Mahoney also mentioned that the school refunded all the money for guest tickets and that rented regalia may be held onto for the rescheduled ceremony, which will take place on May 26, 2022 at Oracle Park, according to SF State’s Instagram post. Additionally, participants who did not wish to participate in the future event may return unused regalia for a “refund, less the shipping charges.”
Mahoney continued, “I hope that all who planned to participate will be able to return for the rescheduled event, and we’re doing everything we can to make that possible. They deserve to celebrate their accomplishments – especially given the many obstacles that they have faced over the past two years.”
According to the California State University website, many CSUs had in-person celebrations for their 2020 and 2021 graduates. CSUs San Marcos, Maritime Academy, and Chico held in-person ceremonies, whereas schools like Cal Poly and Sacramento State held drive-through “car-mencement ceremonies.”
“I wish they would have asked us if we even wanted to do this in the winter,” Carolina Manzo said. An SF State alumna, Manzo was among those that had extensive travel expenses due to the in-person graduation. “The other thing I didn’t understand is why did they pick a venue that was indoors during travel season for all the holidays when everyone gets sick in the winter. Whether it’s COVID or not, everybody gets sick.”
She and her nine-plus family members had changed or extended their original travel plans from Hawaii, San Diego, and Washington, D.C. to make it to her graduation in San Francisco as well as take scheduled paid-time-off days that they could not get back. Manzo, alone, had spent an extra $200 to change her flights and about $60 on tickets for the ceremony.
Being the first in her family to graduate from a postsecondary school, having an in-person ceremony meant a great deal.
“Them seeing me cross the stage means a lot for them as well as it does for me. So, I can’t not do it. I just wish they gave us more notice,” Manzo said.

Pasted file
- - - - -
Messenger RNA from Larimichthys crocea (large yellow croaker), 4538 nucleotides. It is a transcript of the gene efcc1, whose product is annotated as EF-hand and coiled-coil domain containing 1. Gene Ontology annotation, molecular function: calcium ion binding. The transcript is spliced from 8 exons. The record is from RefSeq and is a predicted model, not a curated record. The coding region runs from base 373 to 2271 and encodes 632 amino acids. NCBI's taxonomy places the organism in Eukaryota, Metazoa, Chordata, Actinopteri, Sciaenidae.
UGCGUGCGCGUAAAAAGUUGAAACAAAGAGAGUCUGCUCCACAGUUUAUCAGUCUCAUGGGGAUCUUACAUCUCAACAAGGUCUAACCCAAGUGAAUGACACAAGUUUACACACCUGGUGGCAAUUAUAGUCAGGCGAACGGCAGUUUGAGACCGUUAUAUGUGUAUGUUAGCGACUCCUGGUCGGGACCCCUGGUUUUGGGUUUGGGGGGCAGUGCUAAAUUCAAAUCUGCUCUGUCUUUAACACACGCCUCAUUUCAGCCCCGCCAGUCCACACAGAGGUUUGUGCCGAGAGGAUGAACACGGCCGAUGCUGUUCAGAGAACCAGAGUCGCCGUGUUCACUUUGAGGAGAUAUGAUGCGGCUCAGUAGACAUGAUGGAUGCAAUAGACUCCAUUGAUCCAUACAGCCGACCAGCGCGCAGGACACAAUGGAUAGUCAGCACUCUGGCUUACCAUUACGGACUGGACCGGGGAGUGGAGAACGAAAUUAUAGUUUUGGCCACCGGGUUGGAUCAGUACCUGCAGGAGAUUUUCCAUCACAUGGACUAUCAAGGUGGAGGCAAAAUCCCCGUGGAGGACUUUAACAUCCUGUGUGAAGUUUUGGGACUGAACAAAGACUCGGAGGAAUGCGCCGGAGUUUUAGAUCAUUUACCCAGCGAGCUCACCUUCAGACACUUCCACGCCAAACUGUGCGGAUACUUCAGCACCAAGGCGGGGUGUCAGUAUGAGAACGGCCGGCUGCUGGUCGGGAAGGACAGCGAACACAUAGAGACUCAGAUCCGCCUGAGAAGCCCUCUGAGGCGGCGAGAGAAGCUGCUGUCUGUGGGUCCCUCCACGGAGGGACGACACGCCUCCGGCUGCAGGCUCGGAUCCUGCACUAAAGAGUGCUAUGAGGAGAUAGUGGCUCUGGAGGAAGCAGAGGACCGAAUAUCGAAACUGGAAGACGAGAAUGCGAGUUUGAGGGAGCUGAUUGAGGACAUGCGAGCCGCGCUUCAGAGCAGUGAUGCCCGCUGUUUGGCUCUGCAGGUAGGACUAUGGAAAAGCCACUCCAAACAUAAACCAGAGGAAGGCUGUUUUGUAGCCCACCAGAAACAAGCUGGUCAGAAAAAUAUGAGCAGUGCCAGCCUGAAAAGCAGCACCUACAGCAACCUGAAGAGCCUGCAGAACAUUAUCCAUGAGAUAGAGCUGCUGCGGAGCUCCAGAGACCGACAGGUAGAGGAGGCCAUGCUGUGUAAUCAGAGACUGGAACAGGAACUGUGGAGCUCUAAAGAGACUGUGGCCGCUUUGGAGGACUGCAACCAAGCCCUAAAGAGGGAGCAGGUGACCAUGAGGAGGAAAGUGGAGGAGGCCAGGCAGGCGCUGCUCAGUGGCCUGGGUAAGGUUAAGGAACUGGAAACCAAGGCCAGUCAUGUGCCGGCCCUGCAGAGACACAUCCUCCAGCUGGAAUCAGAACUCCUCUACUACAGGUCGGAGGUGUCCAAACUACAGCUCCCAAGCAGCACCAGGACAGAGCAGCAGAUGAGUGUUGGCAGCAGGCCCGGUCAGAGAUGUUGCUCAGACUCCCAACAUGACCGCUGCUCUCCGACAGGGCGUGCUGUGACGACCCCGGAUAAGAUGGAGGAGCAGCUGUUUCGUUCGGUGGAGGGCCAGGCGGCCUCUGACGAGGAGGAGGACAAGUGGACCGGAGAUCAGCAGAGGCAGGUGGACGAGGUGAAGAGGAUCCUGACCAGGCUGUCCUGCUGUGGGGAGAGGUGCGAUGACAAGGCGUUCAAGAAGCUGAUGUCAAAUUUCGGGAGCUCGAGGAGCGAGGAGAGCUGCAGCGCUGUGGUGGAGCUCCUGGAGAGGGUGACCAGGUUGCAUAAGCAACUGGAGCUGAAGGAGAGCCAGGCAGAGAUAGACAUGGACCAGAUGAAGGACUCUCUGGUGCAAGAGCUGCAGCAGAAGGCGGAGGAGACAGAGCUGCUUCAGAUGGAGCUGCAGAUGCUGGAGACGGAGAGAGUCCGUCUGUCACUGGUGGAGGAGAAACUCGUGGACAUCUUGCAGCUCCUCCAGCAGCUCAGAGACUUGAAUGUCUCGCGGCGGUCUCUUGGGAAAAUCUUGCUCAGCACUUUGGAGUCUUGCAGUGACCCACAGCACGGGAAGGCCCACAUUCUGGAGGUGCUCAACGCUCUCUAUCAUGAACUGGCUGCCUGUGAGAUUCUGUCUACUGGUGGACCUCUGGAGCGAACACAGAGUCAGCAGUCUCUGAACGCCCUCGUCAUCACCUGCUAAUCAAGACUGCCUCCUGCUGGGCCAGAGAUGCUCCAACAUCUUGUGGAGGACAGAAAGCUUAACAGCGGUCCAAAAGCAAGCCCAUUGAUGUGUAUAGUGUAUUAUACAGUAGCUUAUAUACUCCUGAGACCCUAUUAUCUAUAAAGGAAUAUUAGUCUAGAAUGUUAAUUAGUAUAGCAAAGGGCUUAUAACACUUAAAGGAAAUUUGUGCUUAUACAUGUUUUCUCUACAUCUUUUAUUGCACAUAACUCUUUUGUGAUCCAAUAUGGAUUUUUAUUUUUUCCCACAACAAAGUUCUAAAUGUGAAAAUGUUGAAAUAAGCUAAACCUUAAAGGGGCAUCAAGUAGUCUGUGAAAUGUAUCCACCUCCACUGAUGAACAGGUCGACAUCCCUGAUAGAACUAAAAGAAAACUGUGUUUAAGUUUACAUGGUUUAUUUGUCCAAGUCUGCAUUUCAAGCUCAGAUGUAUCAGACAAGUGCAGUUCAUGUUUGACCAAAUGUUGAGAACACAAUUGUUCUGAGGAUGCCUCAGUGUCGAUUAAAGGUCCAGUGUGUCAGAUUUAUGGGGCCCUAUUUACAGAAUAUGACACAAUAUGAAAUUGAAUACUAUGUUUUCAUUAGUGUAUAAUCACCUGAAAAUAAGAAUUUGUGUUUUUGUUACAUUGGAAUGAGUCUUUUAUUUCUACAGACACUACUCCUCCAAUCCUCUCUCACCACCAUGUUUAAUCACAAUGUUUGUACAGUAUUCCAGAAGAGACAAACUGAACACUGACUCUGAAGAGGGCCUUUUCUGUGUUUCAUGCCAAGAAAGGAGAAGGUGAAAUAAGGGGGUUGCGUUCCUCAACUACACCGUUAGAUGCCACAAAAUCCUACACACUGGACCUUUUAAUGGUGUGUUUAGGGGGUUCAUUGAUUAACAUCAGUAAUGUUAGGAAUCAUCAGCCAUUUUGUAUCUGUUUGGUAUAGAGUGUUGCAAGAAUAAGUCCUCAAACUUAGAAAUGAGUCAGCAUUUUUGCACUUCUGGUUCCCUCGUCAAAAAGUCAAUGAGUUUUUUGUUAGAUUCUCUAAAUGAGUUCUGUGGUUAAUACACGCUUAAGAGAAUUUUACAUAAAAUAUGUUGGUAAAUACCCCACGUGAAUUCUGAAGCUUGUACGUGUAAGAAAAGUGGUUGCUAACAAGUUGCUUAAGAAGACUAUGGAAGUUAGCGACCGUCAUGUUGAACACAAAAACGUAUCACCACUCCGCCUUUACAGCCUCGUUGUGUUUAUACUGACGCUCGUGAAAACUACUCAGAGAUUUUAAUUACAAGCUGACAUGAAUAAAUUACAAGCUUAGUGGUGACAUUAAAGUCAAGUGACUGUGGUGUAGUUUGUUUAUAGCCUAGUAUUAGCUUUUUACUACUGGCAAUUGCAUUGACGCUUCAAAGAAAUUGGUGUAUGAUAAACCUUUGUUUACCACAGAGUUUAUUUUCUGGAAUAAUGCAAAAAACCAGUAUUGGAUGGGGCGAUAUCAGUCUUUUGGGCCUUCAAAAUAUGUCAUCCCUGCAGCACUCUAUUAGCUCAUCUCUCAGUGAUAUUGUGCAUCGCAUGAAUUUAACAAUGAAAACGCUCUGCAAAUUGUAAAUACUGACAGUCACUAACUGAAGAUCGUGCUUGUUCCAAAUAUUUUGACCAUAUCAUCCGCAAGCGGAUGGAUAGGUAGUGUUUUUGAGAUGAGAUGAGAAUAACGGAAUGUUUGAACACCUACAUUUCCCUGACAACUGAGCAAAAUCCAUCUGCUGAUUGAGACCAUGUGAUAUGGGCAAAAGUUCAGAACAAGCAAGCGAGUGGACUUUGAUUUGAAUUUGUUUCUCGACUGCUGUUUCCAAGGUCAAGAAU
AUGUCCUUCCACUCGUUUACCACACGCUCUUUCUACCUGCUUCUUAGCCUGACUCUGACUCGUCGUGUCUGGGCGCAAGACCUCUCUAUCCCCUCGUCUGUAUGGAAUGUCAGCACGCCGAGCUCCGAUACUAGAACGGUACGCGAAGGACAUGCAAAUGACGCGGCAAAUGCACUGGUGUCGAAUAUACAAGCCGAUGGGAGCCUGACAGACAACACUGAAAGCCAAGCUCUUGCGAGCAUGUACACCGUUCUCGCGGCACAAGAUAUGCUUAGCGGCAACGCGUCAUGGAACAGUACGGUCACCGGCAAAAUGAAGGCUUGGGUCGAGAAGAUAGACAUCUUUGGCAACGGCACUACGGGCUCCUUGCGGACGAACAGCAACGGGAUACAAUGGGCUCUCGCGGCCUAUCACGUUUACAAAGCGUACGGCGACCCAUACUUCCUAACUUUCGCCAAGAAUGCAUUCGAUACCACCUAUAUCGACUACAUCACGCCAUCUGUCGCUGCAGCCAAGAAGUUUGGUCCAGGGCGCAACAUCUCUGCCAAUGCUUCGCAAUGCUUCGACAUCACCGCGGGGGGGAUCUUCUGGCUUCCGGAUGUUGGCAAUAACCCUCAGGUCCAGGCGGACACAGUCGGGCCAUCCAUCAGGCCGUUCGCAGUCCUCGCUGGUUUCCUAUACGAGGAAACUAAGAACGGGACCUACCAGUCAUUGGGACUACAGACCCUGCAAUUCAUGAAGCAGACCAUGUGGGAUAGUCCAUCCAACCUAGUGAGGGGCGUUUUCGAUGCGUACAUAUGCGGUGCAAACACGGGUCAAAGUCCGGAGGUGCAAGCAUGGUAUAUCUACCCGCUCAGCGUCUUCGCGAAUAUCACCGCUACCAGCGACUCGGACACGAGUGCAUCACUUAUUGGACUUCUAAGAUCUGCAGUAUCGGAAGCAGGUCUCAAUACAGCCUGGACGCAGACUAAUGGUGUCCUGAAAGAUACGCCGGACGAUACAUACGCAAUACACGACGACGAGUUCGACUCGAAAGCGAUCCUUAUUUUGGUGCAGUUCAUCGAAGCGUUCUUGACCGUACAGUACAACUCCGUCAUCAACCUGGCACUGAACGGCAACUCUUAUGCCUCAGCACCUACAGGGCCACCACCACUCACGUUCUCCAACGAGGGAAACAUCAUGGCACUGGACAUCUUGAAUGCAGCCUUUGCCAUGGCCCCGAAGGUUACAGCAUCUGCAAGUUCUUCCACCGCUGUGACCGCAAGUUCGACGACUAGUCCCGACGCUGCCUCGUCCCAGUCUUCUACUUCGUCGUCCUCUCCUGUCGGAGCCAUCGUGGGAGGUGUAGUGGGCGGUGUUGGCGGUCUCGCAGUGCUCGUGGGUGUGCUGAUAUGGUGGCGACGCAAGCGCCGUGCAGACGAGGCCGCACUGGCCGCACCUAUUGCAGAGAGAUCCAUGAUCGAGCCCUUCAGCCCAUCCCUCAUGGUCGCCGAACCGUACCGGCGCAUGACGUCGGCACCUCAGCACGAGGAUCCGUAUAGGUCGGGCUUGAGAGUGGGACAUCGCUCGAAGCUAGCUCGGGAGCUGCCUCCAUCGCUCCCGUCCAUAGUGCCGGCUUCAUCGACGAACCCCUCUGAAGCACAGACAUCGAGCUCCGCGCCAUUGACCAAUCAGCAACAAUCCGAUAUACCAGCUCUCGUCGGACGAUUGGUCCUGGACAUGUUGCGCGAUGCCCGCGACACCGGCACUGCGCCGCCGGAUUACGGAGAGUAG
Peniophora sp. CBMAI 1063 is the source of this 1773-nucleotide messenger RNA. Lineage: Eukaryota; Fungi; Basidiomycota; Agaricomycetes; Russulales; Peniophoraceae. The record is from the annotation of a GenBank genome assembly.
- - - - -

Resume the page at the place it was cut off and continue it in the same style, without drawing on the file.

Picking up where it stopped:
Many students in the 2020 class were left feeling distraught and frustrated with another push to their in-person graduation. Genesis Morales, an SF State alumna, was among those who were “disappointed but not surprised” by the news.
“It kind of feels like a slap in the face, like to me, to my brother too, my parents who sacrifice a lot and who, realistically, the graduation was more for them than for me,” Morales said. “I just feel embarrassed having to tell them yet again, ‘Hey, my graduation’s canceled. I’m so sorry. Cancel your tickets.’ Because it feels like it’s my fault.”
Morales had spent money on graduation-related things like the tickets and her cap and gown. Her family and her mentors had spent over $600 on travel accommodations for the ceremony. Most of which was non-refundable.
“To do it so last minute makes me just feel like their students weren’t a priority,” said Morales, who felt disrespected by a university she had fallen in love with. “I had some of the best professors that I’ve ever had and ever encountered at SF State, that I still talk to now, but I think the university as an institution has failed students.”